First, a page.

and calculating my interest value?

Is there such an optimization using shared memory so I would need to quit my second idea? Or is not a big one, then the method will not interest me…


gufeatza, you have several solutions. Luckily they’re all pretty easy.
Easiest is to do summation per block and come up with a single sum for the block, then combine the results.

So lets say your image was 5K by 5K, you might assign one block for each 256x256 subimage, so you’d have 400 blocks.
You’d use your blocks to loop over the pixels, likely each thread would sum up one column of values, for example.
Then you’d sum up each of those totals to get a single value for the whole block. This step is a classic block-wide reduction.

Finally, you have 400 block results, and need to add THOSE. you could write them out into global memory and have a second kernel add them, you could just copy them to the CPU and have the CPU add them, or you could use global atomics. Any of those solutions is fine since it’s a small amount of work and no big deal compared to the original accumulation.


“Any of those solutions is fine since it’s a small amount of work and no big deal compared to the original accumulation”
This leads me to another question, I guess that’s the one I should’ve ask first of all :)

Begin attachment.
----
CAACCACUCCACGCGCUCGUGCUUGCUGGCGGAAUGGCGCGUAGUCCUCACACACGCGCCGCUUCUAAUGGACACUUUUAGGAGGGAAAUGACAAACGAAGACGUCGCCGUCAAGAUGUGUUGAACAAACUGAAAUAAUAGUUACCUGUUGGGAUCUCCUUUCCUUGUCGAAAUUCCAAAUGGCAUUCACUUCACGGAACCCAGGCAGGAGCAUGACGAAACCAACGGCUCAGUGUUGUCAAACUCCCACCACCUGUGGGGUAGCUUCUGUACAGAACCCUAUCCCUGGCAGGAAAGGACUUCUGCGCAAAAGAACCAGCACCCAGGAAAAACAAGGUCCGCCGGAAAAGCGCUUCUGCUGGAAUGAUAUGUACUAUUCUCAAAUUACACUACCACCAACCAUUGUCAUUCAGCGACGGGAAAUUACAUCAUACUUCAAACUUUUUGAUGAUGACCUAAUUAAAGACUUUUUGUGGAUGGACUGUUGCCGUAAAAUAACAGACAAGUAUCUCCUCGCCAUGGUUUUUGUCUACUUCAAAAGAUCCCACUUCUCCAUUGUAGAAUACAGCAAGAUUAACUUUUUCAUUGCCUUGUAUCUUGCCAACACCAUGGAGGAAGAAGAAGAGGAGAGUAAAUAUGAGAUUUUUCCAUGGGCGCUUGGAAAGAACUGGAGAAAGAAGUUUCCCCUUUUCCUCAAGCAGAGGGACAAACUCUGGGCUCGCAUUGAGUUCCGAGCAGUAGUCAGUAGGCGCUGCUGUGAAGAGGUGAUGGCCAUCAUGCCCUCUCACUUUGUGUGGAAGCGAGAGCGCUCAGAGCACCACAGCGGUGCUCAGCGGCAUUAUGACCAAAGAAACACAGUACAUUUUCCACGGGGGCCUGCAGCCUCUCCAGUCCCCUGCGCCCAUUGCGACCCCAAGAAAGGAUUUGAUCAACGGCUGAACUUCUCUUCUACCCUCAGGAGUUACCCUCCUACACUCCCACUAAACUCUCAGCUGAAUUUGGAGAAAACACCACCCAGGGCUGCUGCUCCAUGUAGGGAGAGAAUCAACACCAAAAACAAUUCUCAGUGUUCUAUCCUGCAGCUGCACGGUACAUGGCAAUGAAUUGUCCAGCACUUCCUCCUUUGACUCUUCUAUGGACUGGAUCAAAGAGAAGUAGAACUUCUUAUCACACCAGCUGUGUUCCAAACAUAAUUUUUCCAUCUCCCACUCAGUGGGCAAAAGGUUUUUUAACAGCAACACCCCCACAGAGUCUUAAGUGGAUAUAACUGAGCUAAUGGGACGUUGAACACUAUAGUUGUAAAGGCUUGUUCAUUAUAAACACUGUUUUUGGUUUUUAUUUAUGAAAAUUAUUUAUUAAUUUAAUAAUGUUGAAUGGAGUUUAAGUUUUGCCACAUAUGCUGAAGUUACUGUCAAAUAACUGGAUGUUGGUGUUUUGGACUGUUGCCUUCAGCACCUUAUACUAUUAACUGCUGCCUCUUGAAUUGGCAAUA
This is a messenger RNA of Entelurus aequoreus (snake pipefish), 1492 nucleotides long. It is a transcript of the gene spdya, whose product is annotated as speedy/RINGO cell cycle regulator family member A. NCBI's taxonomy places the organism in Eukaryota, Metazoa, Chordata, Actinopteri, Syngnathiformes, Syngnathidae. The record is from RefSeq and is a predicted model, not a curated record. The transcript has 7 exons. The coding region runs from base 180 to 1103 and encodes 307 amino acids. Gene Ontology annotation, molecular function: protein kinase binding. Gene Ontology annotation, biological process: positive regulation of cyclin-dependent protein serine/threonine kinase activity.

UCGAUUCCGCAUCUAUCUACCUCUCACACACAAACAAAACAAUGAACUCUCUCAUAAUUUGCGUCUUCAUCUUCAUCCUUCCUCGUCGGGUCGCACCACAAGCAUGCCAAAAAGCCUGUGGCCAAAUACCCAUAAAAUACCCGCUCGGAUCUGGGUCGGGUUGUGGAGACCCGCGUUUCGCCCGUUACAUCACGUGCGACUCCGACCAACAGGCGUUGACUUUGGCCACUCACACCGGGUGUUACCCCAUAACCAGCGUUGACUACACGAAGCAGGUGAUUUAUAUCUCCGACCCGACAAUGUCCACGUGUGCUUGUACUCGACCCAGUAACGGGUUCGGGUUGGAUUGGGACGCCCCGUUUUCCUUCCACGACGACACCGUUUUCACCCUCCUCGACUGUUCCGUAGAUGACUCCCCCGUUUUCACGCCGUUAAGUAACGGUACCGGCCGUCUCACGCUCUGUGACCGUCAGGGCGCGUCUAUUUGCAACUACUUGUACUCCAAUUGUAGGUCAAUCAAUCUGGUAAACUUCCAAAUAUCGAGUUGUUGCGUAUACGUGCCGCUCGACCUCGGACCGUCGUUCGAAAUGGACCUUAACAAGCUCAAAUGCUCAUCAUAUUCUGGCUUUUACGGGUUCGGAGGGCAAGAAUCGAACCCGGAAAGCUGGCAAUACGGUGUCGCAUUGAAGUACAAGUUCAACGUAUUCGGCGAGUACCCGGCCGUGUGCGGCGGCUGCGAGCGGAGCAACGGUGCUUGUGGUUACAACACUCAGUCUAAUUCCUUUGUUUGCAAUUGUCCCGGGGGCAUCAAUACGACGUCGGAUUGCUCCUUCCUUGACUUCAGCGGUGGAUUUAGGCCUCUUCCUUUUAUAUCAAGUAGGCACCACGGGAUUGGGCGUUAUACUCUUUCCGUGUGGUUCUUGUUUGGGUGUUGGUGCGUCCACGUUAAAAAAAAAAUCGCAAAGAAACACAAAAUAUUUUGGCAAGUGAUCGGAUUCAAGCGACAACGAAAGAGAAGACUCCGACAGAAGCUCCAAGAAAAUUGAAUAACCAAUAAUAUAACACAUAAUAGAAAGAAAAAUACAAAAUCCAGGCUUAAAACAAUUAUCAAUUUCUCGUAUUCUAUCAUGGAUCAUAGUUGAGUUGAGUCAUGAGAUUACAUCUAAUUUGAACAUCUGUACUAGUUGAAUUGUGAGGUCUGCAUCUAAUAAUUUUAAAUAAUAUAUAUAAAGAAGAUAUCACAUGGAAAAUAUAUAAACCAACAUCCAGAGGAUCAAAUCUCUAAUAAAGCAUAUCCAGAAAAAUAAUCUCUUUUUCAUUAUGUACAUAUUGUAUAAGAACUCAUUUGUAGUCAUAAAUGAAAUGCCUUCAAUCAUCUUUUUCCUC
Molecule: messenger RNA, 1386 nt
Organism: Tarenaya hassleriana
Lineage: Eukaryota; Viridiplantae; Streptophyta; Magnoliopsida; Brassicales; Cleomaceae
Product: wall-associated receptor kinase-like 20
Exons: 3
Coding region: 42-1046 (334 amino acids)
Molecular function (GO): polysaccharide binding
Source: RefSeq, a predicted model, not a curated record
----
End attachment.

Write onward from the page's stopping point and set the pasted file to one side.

My interest is to compute an “error” between two images. (difference is a quite better term to use instead of error)
Through every thread I compute the sum of square differences of pixel colors. err_per_thread = (red_error)^2 + (red_green)^2 + (red_blue)^2 ,
each of those 3 variables meaning of course the difference of color between the 2 images.

Finally as I said I add all these results to obtain the total error (difference).

Well, here comes the question: Is there any improvement to make this computations on the GPU instead of CPU(2 whiles)?

If not, any idea on how to get that improvement using CUDA(where to apply parallelism) ?

Your question, “is it worth doing on the GPU” has tons of answers.
Is this a problem that’s a bottleneck for you?

Your problem itself may tell you the answer. If your images are already on the device, and you need to use the error on the device, it will be expensive to send the data to the CPU, do a compute, and send it to the GPU.
Conversely, if your data is on the CPU and you don’t need it on the device, is it worthwhile to send it to the GPU?

For such a simple compute, you’re likely going to be limited by PCIe bus speed and not compute speed at all.
So take your image size in gigabytes and divide by 4 GB/sec, and that will give you a back-of-the-envelope speed estimate of the transfer time alone. You might compare that to the speed you can compute on the CPU, the CPU may win even if the GPU’s computation is infinitely fast.

Thanks SPWorley.

I actually have a solution using a ray-casting approach which is a gather operation, and I want to try a splatting approach to compare the performances so…

I’ll try the method binning the voxels into groups that guarantee conflict-free writes, as you suggested.